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Mar 2017

To Co-Sign or Not to Co-Sign, That Is the Question

So, you’re ready to take the leap to homeownership – but perhaps you don’t qualify for the mortgage you want. Did you know you could have someone co-sign on your home loan, just as you could for any other type of loan? Or maybe you have excellent financial history, and a close friend or family member who doesn’t has asked if you’d be willing to co-sign so they can get a taste of the American dream. Either way, there are some serious considerations that must be made on behalf of both parties. Read on as we explore the implications of being a co-signer on a mortgage application.

What is a co-signer?

As mentioned above, most types of loans allow an individual to become a co-signer, and this is usually done so the borrower will qualify for the loan amount they’re in need of obtaining. A co-signer’s income, assets, and credit worthiness are all taken into consideration in an effort to help the borrower qualify for a mortgage. Co-signers would be just as liable for repaying the loan as the borrower, except they typically have no ownership interest in the home.

Difference between co-signer and co-borrower

You may think a co-signer and a co-borrower are one and the same. However, there is a very important difference between the two. Unlike someone who co-signs, a co-borrower usually does have ownership interest in the property. Co-borrowing is more common among spouses, who are trying to secure a larger loan by pooling their finances and credit worthiness.

Shared responsibility

When it comes down to responsibility for repaying the loan, however, there are few differences between a co-signer and a co-borrower. If one person becomes unable to make the monthly payment, the other person will be responsible – which is why the decision to co-sign or co-borrow should not be taken lightly.

Requirements for being a co-signer

Similar to a borrower, a co-signer will have to undergo an extensive review of their income, assets, liabilities and credit by an underwriter. For an FHA loan, for example, the co-signer will need to:

  • Exceed a specific credit score threshold

  • Have a valid Social Security number

  • Reside in the U.S. or its territories

These are just a few examples of the co-signer requirements. Additionally, the co-signer will need to sign all loan documents, with the exception of the security instrument (deed), since they do not hold title.

How significant credit history can help you secure a loan

Having a good credit score is about more than making on-time payments – it’s also about the length of credit history and other factors. The better your credit score, the better your interest rate will be on a home loan. That’s why having someone with a strong, well-rounded credit score is crucial when applying for a mortgage. It’s also worth noting that the co-signer’s credit report will look nice if regular, on-time mortgage payments are made each month – even though they aren’t the ones paying the bill.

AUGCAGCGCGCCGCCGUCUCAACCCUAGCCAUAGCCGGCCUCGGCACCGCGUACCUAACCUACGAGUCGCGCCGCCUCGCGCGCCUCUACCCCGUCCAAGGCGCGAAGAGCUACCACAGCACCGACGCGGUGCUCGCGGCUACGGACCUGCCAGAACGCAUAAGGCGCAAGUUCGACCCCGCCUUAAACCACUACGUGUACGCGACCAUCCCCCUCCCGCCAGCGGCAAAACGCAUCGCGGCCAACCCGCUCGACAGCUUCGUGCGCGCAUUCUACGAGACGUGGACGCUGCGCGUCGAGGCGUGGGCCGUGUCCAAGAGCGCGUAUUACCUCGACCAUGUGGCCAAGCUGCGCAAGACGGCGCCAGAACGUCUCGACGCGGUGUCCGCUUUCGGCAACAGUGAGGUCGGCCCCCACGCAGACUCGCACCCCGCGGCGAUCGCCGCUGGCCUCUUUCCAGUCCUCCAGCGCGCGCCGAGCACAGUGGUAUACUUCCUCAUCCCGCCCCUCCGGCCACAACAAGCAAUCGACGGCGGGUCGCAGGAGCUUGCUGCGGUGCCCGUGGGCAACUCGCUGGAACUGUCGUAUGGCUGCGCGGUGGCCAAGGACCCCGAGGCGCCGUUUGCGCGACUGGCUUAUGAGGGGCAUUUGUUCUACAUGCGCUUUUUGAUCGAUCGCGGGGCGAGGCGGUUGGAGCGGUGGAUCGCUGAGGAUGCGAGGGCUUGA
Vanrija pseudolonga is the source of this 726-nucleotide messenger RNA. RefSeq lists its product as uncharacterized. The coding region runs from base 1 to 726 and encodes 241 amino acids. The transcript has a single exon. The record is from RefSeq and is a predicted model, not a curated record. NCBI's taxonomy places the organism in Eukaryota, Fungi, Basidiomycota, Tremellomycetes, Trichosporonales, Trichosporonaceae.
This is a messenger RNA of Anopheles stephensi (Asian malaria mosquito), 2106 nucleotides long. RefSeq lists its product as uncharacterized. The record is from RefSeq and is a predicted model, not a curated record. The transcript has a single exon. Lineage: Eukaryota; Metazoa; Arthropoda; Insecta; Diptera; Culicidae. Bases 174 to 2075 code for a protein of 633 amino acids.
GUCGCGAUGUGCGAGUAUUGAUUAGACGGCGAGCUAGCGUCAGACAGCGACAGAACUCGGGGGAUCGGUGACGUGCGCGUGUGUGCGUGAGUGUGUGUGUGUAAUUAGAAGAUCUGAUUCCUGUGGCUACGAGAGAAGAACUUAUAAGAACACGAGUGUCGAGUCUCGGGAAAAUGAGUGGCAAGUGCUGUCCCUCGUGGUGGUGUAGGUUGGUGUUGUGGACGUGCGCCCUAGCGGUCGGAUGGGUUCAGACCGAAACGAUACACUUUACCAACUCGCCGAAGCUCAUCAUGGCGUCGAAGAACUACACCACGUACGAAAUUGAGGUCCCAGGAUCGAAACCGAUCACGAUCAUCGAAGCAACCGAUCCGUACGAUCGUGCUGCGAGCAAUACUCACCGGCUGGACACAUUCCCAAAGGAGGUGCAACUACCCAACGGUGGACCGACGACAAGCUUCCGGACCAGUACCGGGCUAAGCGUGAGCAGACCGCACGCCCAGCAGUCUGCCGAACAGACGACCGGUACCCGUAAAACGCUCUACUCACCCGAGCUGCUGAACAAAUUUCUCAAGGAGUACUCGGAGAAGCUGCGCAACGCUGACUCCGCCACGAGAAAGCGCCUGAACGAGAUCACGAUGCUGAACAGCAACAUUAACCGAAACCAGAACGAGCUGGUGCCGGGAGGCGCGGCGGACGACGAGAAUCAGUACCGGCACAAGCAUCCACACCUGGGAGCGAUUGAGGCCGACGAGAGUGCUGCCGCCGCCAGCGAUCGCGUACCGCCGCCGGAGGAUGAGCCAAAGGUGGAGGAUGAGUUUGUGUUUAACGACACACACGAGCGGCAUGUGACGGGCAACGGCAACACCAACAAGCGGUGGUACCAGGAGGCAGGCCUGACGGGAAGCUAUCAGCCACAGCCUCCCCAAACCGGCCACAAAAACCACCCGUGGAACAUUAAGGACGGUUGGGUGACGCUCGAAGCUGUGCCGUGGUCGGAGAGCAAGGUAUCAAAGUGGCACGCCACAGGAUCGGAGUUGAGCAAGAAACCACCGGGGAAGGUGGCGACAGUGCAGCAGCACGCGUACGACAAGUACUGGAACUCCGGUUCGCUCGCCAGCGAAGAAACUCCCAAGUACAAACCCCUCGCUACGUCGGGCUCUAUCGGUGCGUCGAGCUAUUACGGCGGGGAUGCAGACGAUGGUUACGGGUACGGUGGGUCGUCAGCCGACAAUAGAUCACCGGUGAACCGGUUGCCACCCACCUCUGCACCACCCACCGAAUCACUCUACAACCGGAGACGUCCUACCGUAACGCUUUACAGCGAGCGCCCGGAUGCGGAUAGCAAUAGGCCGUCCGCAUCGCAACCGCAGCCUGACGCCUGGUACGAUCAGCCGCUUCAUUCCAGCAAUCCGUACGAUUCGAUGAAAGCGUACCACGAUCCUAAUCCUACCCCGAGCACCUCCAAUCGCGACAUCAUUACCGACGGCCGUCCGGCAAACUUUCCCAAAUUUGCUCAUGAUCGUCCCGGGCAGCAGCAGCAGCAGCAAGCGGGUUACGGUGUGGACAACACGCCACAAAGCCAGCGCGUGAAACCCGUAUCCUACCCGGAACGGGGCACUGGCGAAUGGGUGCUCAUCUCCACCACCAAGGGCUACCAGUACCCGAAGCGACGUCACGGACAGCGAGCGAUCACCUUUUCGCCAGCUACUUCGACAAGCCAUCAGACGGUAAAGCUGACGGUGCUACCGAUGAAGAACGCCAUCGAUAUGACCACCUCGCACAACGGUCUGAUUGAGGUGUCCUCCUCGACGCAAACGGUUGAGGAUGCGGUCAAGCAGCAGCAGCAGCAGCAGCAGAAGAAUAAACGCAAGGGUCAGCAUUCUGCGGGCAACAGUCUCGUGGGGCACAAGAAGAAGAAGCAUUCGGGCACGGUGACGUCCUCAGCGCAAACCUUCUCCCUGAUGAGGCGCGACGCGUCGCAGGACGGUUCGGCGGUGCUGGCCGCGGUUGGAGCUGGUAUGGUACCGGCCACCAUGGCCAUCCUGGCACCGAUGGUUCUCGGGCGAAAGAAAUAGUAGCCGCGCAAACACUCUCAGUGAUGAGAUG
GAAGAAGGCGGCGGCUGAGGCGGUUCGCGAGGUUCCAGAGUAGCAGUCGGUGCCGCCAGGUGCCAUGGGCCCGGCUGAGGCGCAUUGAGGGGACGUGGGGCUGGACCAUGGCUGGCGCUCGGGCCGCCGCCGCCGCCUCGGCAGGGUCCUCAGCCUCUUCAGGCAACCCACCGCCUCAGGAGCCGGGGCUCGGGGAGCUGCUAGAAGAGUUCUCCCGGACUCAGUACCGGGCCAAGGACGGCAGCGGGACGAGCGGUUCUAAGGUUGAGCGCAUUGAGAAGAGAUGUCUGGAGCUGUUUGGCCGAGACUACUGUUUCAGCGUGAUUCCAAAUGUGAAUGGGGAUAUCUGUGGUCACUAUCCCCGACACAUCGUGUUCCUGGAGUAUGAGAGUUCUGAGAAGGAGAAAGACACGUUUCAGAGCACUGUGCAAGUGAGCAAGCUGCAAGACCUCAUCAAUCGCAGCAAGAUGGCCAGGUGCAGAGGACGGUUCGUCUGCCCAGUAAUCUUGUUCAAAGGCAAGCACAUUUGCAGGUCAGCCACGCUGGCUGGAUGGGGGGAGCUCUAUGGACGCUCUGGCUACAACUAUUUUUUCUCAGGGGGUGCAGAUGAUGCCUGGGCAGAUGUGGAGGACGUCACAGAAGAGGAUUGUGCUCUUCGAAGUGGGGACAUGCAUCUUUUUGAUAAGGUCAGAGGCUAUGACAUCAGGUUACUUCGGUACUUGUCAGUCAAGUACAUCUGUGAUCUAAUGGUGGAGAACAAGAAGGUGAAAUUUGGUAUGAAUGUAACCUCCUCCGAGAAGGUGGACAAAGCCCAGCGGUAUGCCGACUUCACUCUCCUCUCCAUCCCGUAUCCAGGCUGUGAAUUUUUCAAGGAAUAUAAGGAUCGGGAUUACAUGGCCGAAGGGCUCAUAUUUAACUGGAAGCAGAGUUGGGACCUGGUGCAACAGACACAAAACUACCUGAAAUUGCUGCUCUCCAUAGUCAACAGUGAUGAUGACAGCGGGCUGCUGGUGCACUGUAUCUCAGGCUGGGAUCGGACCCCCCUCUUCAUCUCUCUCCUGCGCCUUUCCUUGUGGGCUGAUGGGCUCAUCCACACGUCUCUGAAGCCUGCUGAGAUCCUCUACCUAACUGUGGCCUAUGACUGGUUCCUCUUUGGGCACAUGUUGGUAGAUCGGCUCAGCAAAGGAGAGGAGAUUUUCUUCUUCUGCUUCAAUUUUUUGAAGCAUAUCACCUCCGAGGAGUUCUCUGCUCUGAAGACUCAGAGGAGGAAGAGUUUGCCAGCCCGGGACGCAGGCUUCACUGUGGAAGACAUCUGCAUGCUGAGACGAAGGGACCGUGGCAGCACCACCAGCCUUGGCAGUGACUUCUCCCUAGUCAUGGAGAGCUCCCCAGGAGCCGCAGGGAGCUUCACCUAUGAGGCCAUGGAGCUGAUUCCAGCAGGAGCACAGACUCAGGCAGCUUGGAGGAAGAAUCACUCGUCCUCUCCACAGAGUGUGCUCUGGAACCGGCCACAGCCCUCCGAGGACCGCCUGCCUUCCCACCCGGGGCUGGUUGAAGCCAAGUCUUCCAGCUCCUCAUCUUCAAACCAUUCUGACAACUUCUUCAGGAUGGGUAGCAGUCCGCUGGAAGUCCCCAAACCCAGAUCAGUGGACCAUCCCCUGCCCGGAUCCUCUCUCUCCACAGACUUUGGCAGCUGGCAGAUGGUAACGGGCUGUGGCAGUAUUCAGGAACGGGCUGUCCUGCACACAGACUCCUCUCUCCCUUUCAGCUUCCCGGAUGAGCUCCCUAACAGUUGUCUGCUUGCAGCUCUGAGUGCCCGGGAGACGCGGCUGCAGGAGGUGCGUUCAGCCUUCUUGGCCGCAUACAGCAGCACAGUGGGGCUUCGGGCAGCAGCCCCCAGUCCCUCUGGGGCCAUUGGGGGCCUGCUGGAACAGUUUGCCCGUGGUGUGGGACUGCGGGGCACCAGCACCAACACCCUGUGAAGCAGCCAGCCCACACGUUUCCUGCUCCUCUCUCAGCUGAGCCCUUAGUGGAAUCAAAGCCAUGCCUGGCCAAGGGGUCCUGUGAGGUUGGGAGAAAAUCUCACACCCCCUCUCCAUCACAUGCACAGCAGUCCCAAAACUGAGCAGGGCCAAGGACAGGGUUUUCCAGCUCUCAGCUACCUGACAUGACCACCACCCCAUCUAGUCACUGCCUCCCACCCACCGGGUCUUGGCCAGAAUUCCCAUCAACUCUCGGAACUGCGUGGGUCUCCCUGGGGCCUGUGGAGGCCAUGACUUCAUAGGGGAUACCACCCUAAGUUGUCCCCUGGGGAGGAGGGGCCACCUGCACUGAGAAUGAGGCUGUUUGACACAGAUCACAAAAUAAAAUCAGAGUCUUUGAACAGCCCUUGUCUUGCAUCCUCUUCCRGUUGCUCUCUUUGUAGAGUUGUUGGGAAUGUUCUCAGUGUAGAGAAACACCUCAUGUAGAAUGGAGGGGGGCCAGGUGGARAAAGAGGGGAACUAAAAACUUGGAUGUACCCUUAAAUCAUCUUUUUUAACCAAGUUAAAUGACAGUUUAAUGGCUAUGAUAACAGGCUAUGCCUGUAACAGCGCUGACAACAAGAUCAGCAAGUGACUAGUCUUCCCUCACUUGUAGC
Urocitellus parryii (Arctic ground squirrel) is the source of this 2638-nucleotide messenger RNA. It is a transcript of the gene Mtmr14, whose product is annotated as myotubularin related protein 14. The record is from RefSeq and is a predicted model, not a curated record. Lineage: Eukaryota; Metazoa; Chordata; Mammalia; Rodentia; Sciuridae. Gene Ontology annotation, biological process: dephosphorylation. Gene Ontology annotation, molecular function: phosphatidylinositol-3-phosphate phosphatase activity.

Consider the risks of becoming a co-signer

Chances are, neither you nor your family member or close friend went into buying a home with the thought of defaulting. However, there are certain circumstances – like losing a job – that can make it impossible to afford monthly mortgage payments. In a scenario like this, if the borrower was unable to make their payments, the co-signer is obligated to repay the loan. As you can imagine, this can create a huge, uncomfortable strain on your relationship. While you may not think this will happen to you, it’s important to consider the possibility and how it could affect your relationships if it did come to fruition.

Be smart

Most people have good intentions and it’s probably hard to imagine a situation where your close friend or family member would suddenly stop paying their monthly mortgage payment – but the reality is, you should always protect yourself. It’s important to separate your personal relationship from this ‘business arrangement’ – you should be aware of this person’s income, work history and existing debt if you plan to lend your signature on his or her mortgage application. If your research turns up questionable financial behavior, you should politely decline joining him or her on the home buying journey.

Protect yourself

If you’re considering co-signing on a home loan, you should always find a way to protect your own interests and finances.

  • One way in which you can do that is by having your name on the title of the home – which would allow you to sell if the borrower isn’t able to pay the mortgage.

  • You may also be able to apply as a non-occupant borrower with ownership interest in the property, which means you would be able to deduct mortgage interest if you have to chip in with monthly payments. Note that for FHA Loans, at least one borrower must live in the home as the primary residence and the loan may be classified differently with special rules in place.

  • Rather than co-signing or co-borrowing, you could give a monetary gift to help your friend or family member purchase a home. There are certain rules depending on loan type, but ultimately, it takes you off the hook since your name will not be on the mortgage loan.

  • If you’re interested in making an investment, consider buying the home yourself and renting it out to your friend or family member who may be unable to qualify for a mortgage. This is of course a big decision, but owning an investment property can certainly pay off in the long run.

Making the decision to co-sign on a mortgage loan is not something to be taken lightly, but taking the time to carefully consider the implications can help you determine the best plan of action.